Was the Pentagon Ukraine leak an inside job?
Top secret documents leaked online containing classified information on Ukraine’s counter-offensive plans could have been an inside job, senior officials have claimed.
They set out concerns on how Kyiv‘s armed forces are running short on some weapons, the location of Ukrainian air defenses, and the extent to which the Biden administration spies on friends and foes alike.
The documents, which have been circulated for weeks on social media, also touch on Israel’s Mossad spy agency, China, the Middle East and Africa
The leak covers such a wide range of topics, prompting experts to suggest that the main source could be an American.
‘The focus now is on this being a US leak, as many of the documents were only in US hands,’ Michael Mulroy, an ex-senior Pentagon official, told the Reuters news agency.
Kyiv-based security analyst James Rushton said that ‘the Russians are clearly the main beneficiaries’ from the leak.
‘It’s a major embarrassment to the US, and it comes at a critical time as Ukraine is preparing to launch their long-awaited Spring counteroffensive,’ he told DailyMail.com.
‘Kyiv was already cautious about sharing their operational plans with Washington; this will likely further damage intelligence sharing between Ukraine and Western partners at a crucial moment,’ he added.
US officials have not ruled out pro-Russian elements behind the leak, although the investigation by the Justice Department is still in its early stages.
It is the most serious intelligence security breach in the United States since WikiLeaks obtained some 700,000 documents, videos and diplomatic cables in 2013.
The Ukraine leaks are a series of photographs of presentations and files printed on A4 paper, folded twice, perhaps to be smuggled out of a secure area.
Images circulating on Telegram, a popular messaging app, reveal the leaker’s identity. This picture shows an English-language instruction manual for a hunting scope in the background.
Investigators will be looking at clues seen in the margins of the photos that could help unmask the leaker.
They include Gorilla glue, shoes, and an English-language instruction manual for a GlassHawk HD spotting scope traditionally used for hunting.
Kremlin spokesman Dmitry Peskov dismissed suggestions that Moscow had orchestrated the release of such highly confidential information.
‘There is, in fact, a tendency to always blame everything on Russia. ‘It is, in general, a disease,’ Peskov, Putin’s long-serving propagandist, said.
Mykhailo Podolyak, a senior adviser to Ukrainian president Volodymyr Zelensky, claimed the leak was ‘to divert attention from the actual preparation for the next stage of the war.’
Another aide to the Ukrainian leader told CNN that Ukraine’s military had already changed their counter-offensive plans as a result.
A spokesman for Mr. Zelensky failed to reply to DailyMail.com’s request for comment.
But Tom Cotton, a Republican senator from Arkansas, hit out at President Joe Biden, accusing the 80-year-old of ‘slow rolling’ US aid to Ukraine.
‘We should not be surprised that Ukraine may be running a little low on ammunition,’ he told Fox News.
‘They’ve been telling us for a year that they need more, they need more air defense systems.’
According to the leaked documents, Ukraine’s air defense systems could be depleted by the beginning of next month.
They spell out how Ukraine’s S-300 air defense systems could run out of missiles and ammunition by May 2 at the current usage rate.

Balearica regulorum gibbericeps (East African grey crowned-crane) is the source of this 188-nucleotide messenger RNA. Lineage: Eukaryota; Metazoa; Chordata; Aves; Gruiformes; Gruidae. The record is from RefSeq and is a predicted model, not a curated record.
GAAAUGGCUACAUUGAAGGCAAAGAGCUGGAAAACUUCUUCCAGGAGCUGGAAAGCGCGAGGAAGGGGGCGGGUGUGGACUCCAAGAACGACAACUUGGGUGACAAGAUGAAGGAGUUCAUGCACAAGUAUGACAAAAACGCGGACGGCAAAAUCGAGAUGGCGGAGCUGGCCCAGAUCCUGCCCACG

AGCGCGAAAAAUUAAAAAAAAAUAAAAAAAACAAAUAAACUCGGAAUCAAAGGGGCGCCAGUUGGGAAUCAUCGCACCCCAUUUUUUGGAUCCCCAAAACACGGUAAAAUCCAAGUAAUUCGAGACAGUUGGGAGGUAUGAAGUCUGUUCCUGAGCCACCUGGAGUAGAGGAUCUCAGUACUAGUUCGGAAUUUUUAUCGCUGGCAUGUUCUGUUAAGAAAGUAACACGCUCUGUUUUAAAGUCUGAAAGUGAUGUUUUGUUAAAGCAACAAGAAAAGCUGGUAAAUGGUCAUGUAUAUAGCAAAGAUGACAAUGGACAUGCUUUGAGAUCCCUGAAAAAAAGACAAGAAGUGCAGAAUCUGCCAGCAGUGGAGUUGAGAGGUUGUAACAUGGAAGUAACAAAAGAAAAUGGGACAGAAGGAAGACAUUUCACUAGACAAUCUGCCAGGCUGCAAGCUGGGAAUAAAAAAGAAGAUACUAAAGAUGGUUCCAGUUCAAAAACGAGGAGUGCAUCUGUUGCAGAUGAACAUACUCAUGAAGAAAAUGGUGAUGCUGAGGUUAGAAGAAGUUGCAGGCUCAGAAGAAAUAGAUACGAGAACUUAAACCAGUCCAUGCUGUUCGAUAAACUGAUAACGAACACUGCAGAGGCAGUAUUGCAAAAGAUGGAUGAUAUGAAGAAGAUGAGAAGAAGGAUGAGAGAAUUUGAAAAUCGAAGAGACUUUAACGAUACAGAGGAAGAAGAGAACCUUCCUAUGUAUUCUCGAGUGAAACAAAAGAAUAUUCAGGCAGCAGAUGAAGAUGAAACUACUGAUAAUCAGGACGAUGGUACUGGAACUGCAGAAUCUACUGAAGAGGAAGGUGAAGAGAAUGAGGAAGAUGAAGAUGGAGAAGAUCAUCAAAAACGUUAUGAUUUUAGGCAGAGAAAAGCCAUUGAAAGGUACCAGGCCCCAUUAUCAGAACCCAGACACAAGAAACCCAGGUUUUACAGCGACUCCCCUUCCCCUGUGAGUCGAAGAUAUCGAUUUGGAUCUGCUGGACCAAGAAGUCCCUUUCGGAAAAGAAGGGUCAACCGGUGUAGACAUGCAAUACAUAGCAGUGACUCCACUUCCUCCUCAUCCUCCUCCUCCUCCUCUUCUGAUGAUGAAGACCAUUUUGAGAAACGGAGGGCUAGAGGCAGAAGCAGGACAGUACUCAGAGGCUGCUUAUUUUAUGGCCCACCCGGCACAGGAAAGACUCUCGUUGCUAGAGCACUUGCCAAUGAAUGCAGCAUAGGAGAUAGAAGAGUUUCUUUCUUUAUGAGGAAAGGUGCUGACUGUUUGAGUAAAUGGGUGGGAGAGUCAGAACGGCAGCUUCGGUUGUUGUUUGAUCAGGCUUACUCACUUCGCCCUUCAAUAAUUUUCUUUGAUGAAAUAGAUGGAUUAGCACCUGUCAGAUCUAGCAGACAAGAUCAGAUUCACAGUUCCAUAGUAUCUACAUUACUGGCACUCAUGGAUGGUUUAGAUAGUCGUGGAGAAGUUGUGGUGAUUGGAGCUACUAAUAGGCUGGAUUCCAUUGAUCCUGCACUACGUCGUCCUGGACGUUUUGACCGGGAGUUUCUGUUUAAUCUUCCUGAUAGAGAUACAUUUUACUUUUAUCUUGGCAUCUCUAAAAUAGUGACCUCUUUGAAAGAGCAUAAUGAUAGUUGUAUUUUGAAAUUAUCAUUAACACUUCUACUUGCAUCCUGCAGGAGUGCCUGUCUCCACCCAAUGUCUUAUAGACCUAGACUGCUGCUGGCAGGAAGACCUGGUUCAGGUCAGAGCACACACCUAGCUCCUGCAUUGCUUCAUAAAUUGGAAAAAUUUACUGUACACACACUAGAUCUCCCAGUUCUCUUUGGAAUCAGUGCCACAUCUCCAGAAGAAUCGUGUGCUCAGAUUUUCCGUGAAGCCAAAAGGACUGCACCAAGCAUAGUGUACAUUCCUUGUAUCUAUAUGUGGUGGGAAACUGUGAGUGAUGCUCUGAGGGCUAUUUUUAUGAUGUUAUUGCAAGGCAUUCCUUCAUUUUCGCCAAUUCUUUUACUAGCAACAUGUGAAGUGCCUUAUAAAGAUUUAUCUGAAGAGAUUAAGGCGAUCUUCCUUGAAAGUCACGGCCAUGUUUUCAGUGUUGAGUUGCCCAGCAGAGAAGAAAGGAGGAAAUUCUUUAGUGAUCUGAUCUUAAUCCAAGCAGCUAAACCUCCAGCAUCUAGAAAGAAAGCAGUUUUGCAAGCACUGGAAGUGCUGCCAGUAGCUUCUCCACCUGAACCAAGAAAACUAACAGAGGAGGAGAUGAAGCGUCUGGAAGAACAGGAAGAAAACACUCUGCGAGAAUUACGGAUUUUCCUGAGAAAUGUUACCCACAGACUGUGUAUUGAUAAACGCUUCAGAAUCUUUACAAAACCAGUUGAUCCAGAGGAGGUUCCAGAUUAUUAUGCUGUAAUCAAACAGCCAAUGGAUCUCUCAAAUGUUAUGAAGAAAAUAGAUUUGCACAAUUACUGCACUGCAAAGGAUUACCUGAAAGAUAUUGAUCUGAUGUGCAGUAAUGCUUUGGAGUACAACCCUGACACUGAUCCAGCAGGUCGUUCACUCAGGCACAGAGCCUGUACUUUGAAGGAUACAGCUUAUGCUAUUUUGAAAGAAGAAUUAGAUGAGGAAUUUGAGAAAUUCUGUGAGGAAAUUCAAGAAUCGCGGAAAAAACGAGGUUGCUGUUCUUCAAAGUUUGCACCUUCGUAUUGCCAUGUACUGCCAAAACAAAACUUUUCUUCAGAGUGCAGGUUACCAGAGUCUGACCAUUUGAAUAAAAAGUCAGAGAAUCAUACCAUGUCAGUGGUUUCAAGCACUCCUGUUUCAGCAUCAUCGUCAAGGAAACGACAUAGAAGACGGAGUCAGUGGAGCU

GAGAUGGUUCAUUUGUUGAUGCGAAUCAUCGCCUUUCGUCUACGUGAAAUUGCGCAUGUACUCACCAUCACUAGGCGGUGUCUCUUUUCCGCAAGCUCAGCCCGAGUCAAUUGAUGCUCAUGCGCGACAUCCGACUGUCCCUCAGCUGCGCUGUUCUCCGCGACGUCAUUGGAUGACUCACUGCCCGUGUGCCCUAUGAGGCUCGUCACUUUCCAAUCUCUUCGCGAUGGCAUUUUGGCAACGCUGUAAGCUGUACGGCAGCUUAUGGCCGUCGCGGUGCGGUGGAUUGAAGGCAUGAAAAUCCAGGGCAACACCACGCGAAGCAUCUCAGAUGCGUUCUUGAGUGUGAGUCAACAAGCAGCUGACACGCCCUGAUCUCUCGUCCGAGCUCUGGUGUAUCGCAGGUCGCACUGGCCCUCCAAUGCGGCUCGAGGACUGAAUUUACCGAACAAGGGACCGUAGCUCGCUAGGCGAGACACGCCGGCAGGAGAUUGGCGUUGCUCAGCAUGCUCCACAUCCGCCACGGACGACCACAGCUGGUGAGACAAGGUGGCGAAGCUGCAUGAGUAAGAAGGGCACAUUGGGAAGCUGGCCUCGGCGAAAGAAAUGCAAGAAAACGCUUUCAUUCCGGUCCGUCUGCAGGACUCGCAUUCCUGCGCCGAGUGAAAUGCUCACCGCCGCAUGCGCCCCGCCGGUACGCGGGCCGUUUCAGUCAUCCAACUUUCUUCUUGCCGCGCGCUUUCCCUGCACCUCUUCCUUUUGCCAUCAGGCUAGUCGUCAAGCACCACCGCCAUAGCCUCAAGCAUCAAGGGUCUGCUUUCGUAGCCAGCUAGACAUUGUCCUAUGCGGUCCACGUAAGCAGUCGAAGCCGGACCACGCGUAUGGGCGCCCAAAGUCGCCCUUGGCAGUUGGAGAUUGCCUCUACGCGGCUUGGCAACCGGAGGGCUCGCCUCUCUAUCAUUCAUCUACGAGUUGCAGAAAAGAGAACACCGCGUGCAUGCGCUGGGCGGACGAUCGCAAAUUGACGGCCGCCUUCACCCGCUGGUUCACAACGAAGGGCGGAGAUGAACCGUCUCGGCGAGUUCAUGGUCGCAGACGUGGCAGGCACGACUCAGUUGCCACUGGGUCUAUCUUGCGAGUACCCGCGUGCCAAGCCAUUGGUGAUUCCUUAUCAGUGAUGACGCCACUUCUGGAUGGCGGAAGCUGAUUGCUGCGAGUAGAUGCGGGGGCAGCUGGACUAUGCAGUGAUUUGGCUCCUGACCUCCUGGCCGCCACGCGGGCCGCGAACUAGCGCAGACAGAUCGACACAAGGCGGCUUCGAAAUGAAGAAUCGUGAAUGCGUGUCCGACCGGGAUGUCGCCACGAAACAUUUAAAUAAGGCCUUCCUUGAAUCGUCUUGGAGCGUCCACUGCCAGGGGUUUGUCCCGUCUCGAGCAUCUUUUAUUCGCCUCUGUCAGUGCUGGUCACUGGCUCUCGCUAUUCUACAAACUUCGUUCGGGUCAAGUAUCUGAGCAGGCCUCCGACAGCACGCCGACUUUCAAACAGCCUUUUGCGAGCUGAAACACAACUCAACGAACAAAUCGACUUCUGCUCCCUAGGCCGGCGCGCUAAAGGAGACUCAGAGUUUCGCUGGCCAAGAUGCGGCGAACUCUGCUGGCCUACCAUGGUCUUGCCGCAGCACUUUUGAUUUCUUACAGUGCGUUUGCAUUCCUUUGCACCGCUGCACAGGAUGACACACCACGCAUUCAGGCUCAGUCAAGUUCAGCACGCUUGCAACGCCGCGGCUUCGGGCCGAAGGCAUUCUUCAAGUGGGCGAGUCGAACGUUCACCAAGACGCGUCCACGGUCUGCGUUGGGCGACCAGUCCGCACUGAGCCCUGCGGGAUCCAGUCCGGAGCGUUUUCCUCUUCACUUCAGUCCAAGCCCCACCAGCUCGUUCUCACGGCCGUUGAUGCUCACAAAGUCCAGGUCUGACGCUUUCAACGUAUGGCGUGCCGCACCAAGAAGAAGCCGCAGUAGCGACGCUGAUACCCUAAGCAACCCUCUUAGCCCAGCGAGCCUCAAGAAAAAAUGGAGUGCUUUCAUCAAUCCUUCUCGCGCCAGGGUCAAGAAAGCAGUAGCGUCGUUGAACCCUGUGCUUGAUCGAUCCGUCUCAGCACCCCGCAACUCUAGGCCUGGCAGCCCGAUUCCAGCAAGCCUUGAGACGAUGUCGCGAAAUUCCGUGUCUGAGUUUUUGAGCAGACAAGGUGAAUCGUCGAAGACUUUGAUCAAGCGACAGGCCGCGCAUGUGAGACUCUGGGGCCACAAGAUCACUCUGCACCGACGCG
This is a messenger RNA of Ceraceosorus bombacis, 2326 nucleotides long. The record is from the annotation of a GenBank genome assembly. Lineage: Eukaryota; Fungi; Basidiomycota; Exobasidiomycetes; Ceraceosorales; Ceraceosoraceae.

The documents also detailed how Ukraine’s air defenses protecting Ukrainian troops on the front line could be ‘completely reduced’ by May 23.
An initial batch of documents labeled ‘Secret’ and ‘Top Secret’ – reportedly containing charts on the war in Ukraine as well as the strengths of different battalions – first circulated on Twitter and Russian Telegram channels last month.
And a further batch of documents of more than 100 Pentagon documents – this time also detailing US national security interests pertaining to areas including China and Israel’s Mossad spy agency – was being shared on Twitter on Friday, the New York Times reported.
The authenticity of the documents is still in doubt as experts suggest they could have been altered or used as a misinformation campaign to suit Russia’s agenda and how some of the documents giving battlefield casualty estimates from Ukraine were altered to minimize Russian losses.
Ukraine’s air defenses could be depleted within weeks – making the country vulnerable to Russia President Vladimir Putin’s fighter jets, newly leaked Pentagon documents suggests
Such closely-guarded information could be of great use to Russian forces, and Ukraine said its president Volodymyr Zelensky and top security officials met to discuss ways to prevent leaks
One of the documents, dated February 23 and marked ‘Secret,’ outlines in detail how Ukraine’s S-300 air defense systems would be depleted by May 2 at the current usage rate
These are two of the leaked documents which have been shared by the New York Times
This document appears to show the state of Ukraine’s air defenses in February and in May, when it is anticipated they’ll be badly depleted
One of the documents, dated February 23 and marked ‘Secret,’ outlines in detail how Ukraine’s S-300 air defense systems would be depleted by May 2 at the current usage rate. Such closely guarded information could be of use to Russian forces.
In the early days of the war, Ukraine relied on these air defense weapons – S-300 and the Buk to target aircraft, cruise missiles and ballistic missiles – which comprise 89 percent of Ukraine’s protection against fighter aircraft.
This allowed Ukraine to focus on battling against Putin’s ground troops, who have faced heavy losses since the war began. But the Russian despot has held his air force of 485 fighter jets back – far more than the 85 Ukraine has in its military.
‘[Russia] made the choice that they were not going to sacrifice their knights for their pawns,’ Dara Massicot, a senior policy researcher at the RAND Corporation, told the NYT.
‘Instead, they’re going to throw those mobilized troops without proper air support, because they’re a more plentiful resource.’
Russia’s fleet also includes far more sophisticated fifth-generation planes, including the Su-57, while Ukraine’s pilots have to make do with MiG-29s, which first flew in 1983.